There are interesting times ahead for GP Practices operating locally and elsewhere throughout the UK. Several clients have already discussed with us strategies and opportunities as regards mergers and we are assisting them with the process.
The article below from one of our AISMA colleagues makes interesting reading for those considering merger now or in the near future.
Barringtons Chartered Accountants
Make your merger fit for purpose
Funding changes in the NHS mean more and more practices are looking at merging with neighbouring practices as the way forward. Andrew Pow* advises on some areas to consider.
If you want your merger to be successful then, generally, it must be for a reason rather than just to create a bigger practice.
Good reasons include:
- Moving to a new building allowing reconfiguration of services
- A fall in income streams which may force a reduction in costs through either reconfiguring clinical staff or reducing the cost of back office functions
- Difficulties in recruitment of key staff following resignation or retirement
- Allowing single handed GPs to access their NHS pensions and return to work
- Creating a larger practice which may be better placed to provide commissioned services moving from secondary care to primary care
Know your aims
The starting point for any merger is to identify the aims of the newly merged practice.
You then need to look at how the newly configured practice will meet those aims. Ask:
- Does the skill mix of the staff allow the practice to perform the services it wants to? For example is there a GP trainer that can lead on training of registrars and medical students?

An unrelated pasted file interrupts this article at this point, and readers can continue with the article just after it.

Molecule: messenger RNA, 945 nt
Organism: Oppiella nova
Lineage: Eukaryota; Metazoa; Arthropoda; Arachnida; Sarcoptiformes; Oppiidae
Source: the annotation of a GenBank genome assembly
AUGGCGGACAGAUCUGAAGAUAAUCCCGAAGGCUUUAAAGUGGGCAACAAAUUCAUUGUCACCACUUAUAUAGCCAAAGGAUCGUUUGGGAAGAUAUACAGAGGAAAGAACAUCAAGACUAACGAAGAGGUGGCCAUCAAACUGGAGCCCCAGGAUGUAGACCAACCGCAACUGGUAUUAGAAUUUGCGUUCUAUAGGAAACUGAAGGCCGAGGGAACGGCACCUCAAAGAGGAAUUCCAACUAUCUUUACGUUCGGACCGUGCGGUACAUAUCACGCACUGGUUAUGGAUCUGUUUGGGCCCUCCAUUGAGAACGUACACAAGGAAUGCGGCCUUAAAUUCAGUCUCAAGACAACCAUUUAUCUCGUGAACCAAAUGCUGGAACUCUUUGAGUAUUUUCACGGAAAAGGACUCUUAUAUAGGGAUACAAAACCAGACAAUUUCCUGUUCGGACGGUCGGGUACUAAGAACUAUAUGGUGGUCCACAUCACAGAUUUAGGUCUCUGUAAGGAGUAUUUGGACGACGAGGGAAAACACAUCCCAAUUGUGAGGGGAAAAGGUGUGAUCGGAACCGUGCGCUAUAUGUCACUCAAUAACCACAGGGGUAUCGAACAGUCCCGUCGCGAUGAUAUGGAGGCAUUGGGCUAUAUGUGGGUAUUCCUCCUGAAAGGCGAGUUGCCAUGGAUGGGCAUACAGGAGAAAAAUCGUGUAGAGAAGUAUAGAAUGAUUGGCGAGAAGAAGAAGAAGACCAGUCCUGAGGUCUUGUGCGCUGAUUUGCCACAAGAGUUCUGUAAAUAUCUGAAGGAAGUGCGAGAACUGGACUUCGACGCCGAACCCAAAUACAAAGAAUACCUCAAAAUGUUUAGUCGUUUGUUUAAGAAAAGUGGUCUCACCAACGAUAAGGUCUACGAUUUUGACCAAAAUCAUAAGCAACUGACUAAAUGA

- Do the premises allow a reconfiguration of services? For instance, if the practice is moving to a new building then can a common reception be easily set up?
- Do clinical systems allow ease of merger?
Winners and losers
The next step is to look at the viability of the merger from a financial perspective. Some of the areas to be considered include:
- What will be the profits of the new practice taking into account losses of income from NHS changes, such as MPIG, and possible new income streams? There will be winners and losers so these need to be identified at an early stage
- What cost savings can be achieved from merging and reconfiguring staff? For example, do you need to replace a leaving GP partner like for like? If there are recruitment issues then what will you do?
- Are there any issues to do with property ownership and loan structures that need to be reconfigured?
Prior to any merger practical aspects need to be looked at including:
- Liaising with your local NHS authorities and, if in England, your CCG to arrange for approval of the practice merger
- Staff will need to be informed and compliance with employment legislation will need to be adhered to
- A budget will need to be available to deal with the costs of merging the practice
- New bank accounts and financial systems will need to be set up
- The newly created practice will need to be rebranded
- Setting up new PAYE schemes and NHS pension details for the staff
- Equipment and premises leases will need to be reviewed
- Suppliers will need to be informed and credit terms agreed
- Working capital will need to be provided to the new practice
- Preparation of superannuable income forecasts will need to be prepared for the GP partners so that pension contributions can be taken at the correct level
- The old practices will need to take advice on how to close down the old businesses
- The practices will need to allow for a period of consultation with the patients and should seek advice from NHS England on the consultation process.
Having good advisors on board at an early stage can assist in avoiding some of the pitfalls of merging.
Andrew Pow is a director at Hall Liddy Ltd
This article first appeared in the Summer 2015 issue of AISMA Doctor Newsline, the newsletter of the Association of Independent Specialist Medical Accountants.